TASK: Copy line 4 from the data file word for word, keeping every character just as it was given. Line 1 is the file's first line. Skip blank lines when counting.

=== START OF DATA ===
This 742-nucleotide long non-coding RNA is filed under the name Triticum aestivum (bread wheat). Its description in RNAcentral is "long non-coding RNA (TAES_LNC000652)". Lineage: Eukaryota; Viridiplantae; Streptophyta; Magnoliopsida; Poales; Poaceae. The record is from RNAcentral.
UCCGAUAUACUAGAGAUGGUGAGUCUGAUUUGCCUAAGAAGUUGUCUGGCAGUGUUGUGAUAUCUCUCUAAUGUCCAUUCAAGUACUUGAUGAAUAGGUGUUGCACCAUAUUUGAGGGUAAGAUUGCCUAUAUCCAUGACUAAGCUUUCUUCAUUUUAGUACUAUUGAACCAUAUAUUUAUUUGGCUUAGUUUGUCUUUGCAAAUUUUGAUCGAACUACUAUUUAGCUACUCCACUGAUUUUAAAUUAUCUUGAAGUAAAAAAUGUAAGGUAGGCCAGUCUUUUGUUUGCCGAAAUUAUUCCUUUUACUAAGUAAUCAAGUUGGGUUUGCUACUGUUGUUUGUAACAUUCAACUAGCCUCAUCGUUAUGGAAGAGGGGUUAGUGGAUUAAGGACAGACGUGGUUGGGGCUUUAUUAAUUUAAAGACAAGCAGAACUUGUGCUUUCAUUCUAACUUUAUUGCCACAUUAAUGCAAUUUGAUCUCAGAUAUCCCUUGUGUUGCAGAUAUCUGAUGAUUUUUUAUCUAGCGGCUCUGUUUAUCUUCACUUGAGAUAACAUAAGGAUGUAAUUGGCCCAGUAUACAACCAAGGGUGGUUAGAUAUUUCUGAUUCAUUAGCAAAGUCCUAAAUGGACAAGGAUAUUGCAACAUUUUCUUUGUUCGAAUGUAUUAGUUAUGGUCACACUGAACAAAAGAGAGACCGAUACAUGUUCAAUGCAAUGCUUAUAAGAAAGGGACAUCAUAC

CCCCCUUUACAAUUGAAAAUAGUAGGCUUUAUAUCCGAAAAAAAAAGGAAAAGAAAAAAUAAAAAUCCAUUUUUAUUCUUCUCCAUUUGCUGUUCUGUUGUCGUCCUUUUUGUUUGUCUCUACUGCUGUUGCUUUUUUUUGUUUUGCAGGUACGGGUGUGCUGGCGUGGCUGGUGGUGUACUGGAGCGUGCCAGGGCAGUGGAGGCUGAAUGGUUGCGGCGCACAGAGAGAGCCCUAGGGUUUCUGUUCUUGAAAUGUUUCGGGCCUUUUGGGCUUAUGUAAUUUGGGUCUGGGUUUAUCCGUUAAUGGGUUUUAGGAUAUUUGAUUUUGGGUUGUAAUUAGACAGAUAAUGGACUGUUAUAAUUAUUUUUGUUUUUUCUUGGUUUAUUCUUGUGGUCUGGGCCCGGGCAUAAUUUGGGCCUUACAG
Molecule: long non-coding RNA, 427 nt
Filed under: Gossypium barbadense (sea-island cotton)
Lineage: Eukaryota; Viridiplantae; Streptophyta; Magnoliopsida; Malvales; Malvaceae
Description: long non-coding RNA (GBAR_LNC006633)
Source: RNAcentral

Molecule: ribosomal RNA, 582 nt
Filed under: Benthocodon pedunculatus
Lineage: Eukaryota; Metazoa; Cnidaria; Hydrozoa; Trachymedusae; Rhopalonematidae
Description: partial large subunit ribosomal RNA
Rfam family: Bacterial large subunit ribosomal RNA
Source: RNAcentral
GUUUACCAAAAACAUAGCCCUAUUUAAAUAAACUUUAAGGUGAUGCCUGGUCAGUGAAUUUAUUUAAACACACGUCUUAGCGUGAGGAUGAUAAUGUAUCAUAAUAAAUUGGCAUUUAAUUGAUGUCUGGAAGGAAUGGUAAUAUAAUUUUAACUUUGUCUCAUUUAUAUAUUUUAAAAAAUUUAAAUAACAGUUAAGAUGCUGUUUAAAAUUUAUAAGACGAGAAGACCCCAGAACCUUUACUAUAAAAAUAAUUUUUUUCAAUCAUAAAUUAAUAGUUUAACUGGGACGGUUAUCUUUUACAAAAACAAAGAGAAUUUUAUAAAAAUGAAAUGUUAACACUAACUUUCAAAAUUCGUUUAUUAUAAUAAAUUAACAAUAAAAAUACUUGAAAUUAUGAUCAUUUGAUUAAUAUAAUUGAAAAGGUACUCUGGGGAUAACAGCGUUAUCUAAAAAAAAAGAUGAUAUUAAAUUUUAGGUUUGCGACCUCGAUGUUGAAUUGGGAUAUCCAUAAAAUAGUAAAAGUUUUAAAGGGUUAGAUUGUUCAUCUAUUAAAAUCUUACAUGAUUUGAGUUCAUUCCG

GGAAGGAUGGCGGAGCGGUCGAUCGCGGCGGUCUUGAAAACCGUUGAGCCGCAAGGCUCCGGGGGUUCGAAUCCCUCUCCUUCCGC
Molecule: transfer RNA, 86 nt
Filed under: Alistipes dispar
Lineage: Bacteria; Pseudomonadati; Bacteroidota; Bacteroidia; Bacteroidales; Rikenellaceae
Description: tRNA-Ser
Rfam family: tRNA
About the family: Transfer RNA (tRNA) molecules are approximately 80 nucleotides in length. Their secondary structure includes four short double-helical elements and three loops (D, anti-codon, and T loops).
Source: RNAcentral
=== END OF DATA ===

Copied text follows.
Molecule: long non-coding RNA, 427 nt